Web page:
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There is one topic, however, in reference to which a few suggestions may not be useless. Science is universal. Its laws are every where the same; and its language should be so in order that the scientific, wherever they are to be found, may understand each other. In every country there may be peculiarities of geological formation; and yet there are few, perhaps, which may not be brought within some settled rule of generalization. The employment of local terms, or such as are invented to express mere modifications of condition in the substances to which they are applied, is objectionable, because those terms are not understood unless they are accompanied by definitions; and with this accompaniment, science is in danger of becoming confused and complicated by a nomenclature more extended than the differences which it is intended to designate. Certainly nothing is gained, but much may bo prejudiced, by an unnecessary multiplication of terms. The scientific of all countries should aim, therefore, to exclude from their researches and investigations, every thing which can, by possibility, create confusion in the n,inds of their co-laborers in the same fields of investigation. In the geological formations of America and Europe, great similarity has been found, although some of the characteristic strata of the eastern continent are wanting here. Truth is, unquestionably, the great object to be sought for in all our investigations, and it should be pursued without leaning to either side. But if in our geological examinations, any bias is felt, it is likely to be most innocent when it leans to the discovery of resemblances rather than differences; for under the influence of a strong desire to strike out a new path, there is some danger that the beaten track of observation may be unwisely abandoned.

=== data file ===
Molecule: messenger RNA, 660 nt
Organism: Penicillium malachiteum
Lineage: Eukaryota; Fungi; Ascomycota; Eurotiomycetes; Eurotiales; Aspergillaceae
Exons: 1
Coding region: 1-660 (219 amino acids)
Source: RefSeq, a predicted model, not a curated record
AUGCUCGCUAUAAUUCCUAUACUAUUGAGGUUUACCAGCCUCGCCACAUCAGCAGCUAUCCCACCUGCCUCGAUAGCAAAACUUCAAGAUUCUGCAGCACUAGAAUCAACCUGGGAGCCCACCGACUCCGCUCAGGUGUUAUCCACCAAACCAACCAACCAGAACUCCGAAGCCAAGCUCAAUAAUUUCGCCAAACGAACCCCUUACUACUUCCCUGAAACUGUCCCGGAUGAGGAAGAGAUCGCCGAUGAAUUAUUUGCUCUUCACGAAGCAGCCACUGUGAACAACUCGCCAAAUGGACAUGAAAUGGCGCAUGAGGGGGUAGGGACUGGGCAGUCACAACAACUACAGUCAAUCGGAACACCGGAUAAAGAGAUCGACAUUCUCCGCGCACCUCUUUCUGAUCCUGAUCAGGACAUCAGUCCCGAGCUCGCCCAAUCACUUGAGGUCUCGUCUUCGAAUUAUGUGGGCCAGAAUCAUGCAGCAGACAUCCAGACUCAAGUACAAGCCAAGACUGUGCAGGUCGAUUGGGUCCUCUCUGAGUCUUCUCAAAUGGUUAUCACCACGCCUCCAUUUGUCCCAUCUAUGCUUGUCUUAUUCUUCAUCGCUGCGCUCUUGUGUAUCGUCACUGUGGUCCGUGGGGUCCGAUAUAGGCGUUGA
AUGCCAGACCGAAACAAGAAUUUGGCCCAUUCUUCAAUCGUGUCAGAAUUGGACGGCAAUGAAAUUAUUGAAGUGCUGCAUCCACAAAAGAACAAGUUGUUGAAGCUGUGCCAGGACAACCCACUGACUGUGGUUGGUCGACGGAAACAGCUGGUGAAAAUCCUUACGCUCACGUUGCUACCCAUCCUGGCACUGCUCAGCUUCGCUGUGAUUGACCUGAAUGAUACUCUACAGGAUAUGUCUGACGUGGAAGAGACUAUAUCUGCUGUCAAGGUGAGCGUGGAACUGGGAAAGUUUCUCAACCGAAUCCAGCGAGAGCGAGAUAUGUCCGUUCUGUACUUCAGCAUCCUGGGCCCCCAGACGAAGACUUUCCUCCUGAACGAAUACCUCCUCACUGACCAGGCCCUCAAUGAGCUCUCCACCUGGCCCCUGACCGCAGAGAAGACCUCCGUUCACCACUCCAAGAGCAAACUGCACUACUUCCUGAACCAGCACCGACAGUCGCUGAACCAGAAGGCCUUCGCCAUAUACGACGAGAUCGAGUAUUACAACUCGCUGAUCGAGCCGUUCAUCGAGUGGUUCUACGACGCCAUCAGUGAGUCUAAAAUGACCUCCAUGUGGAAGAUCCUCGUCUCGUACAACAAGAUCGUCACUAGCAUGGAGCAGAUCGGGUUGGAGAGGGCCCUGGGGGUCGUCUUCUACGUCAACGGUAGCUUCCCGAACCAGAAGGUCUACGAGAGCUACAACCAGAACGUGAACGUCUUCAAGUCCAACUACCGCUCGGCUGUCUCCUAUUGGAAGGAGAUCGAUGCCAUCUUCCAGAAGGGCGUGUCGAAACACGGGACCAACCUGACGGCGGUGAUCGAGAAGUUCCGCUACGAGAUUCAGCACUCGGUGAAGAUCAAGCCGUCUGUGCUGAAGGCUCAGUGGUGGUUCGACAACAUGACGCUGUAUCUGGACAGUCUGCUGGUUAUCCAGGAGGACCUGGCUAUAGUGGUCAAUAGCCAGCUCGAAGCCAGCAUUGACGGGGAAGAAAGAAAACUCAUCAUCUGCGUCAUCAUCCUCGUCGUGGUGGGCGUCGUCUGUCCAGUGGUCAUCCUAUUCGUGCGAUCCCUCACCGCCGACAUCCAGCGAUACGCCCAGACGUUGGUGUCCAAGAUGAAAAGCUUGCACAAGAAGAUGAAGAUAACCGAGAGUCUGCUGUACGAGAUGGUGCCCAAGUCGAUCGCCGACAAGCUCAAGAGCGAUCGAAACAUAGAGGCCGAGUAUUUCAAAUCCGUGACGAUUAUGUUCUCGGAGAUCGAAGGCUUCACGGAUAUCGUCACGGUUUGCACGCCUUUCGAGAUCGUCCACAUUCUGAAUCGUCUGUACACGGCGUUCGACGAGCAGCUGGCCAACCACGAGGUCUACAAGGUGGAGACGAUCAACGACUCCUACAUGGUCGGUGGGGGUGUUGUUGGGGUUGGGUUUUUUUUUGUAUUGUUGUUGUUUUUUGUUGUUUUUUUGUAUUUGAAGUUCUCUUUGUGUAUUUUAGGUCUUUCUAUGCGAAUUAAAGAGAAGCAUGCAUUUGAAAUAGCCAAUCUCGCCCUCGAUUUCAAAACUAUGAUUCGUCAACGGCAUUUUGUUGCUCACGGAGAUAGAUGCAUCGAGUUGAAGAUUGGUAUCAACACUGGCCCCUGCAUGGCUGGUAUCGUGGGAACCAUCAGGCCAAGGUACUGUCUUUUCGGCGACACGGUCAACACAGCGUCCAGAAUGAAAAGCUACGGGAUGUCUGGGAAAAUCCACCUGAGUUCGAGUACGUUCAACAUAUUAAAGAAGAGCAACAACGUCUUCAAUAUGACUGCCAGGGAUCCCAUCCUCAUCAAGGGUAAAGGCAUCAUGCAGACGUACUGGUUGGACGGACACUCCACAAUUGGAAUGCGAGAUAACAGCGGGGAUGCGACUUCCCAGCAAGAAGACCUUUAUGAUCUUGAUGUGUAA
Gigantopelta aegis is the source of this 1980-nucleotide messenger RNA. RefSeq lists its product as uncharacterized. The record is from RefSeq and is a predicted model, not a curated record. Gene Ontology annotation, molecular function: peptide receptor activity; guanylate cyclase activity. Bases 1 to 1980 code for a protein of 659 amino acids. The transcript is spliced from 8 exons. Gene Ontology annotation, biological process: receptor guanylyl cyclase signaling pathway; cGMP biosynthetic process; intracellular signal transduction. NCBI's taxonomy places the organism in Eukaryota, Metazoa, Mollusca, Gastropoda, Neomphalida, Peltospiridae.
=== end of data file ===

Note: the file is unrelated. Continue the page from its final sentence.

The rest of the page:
ZOOLOGY. In this department it is contemplated by the resolution of the Assembly, to furnish a list of the native animals of the State, and procure specimens of them for preservation. The first of these objects may be attained without difficulty; but in some cases the latter will be attended with considerable labor and inconvenience, and some expense, as several species of animals which were frequently found while the State was comparatively a wilderness, have nearly disappeared, as their places of abode have been invaded by the approaches of settlement.

Quadrupeds. The fiercer species are now almost extinct in this State. The catamount is rarely found, nor has its place in the order of carnivorous animals, as is believed, been fixed beyond dispute. In the catalogue of animals in Massachusetts, appended to Mr. Hitchcock's survey, * the cougar, panther and catamount, are found under the species “felis concolor" of Linnæus. In Harlan's Fauna Americana,t the cougar is found under the species “felis concolor," and the panther under the species “felis onga.” In a note appended to a description of the species “felis concolor,” the

cougar de Pennsylvanie" of Buffon is considered as a variety. In Godman's American Natural History,f it is remarked that a great deal of confusion exists as to the panther, which is decided by Temmink to be the “felis pardus" of Linnæus. But neither in Godman nor Harlan is the term catamount to be found. It is, indeed, a local appellation hardly known excepting in this State and in New England, where but a few years since the animal was often, but is now rarely, seen. The catamount and the panther are by some considered as belonging to the same species; but this opinion is called in question by others.

The panther still exists in this State, and should specimens of both be procured, the question of their identity with each other, or with any known species, may be solved.

The beaver is rarely met with in the northeastern States, and there will be great difficulty in procuring a specimen here. Possibly it may be found in the interior of the northern district. It is in this district only that a specimen of the catamount can be obtained, if it can be found at all.